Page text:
- Cautious start with smart gadgets Gadgets certainly become more intelligent with each passing day but, seriously, how much fun is it to follow the washing machine's programmes in an app? It's not that smart toasters and refrigerators will be a trend to watch in 2015 (well, not for most marketers, anyway). But there will be continued strong trends for wearable technologies and 'gear'. Apple is definitely not the first to offer a smart watch, and not one of its precursors became a bestseller (not even the multi-platform friendly Pebble), but Apple is phenomenal when it comes to developing products that we didn't know we needed. So wearables will become a cautious challenger, not least within health and sports contexts. Apple will take a leading position.
- M-shopping Will 2015 be the year when consumers stop using wallets? Maybe not, but the smartphone will advance its position as a means of payment in 2015. Apple, Google, and Amazon drive this trend (along with exciting start-ups). This, in turn, forces card companies and banks to develop new services. Easier payment solutions will benefit traditional retail and particularly e- and m-commerce. Even today many e-tailers sell an increasing share of their products on their mobile sites and apps. Given that ads on mobile phones are currently becoming richer in content, it will soon be possible to sell products directly in the ad - without the customer having to click through to the store.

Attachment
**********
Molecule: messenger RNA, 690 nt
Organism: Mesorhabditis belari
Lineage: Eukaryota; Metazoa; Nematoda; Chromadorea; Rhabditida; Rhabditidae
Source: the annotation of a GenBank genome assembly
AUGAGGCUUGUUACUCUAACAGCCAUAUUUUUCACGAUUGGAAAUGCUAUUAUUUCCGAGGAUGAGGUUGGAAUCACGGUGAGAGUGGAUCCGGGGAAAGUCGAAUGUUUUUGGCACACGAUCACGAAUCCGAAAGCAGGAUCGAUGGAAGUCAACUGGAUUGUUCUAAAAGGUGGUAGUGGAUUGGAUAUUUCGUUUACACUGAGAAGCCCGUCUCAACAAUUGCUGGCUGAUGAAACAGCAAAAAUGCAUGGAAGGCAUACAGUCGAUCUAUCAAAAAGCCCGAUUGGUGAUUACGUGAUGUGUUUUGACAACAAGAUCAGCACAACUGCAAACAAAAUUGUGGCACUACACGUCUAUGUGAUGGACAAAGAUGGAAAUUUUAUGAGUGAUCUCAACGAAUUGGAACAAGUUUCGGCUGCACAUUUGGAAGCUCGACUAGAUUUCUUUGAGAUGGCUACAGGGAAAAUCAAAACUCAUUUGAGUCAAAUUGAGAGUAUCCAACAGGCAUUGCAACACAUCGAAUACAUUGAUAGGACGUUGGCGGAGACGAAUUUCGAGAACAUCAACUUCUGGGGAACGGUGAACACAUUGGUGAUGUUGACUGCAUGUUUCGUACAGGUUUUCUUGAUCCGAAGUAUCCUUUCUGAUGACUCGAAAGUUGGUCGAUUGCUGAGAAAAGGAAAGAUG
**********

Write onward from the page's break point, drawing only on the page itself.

- Optimised geo-targeting Geographic location often steers advertising. It is a very powerful tool. Combined with other target group data it allows advertisers to become much more relevant and specific. Looking ahead, geo-data will be even more powerful and will increasingly be used to predict behaviours as well as creating new data models. Marketers already use geographic data both hyper-locally and broad-ranging, delivering the ability to reach certain groups of people across many markets. Additionally, in-store technologies like iBeacons will provide brands with more timely communication and tracking opportunities. Used correctly, they open up for possibilities to draw connections between mobile behaviour and actions in a physical store.
- More mature measurement Click-through rate is an imperfect measurement. More capital will be injected into mobile devices, and with that comes demand for better key performance indicators. The smartphone is one of the best branding channels - it is not just a conversion channel. The entire consumer journey occurs in the smartphone but the most common measurement focuses on the journey's last step.
"For a long time now, we've measured observation, purchase intent, and message - and we believe that there's still more to do - to be able to measure a campaign's value," concluded Dean. "New interaction methods with voice, among other things, provide additional opportunities. More models will emerge for following consumer interactions among media channels and consumer behaviour in the physical world. There will be more standards on definitions to support this development."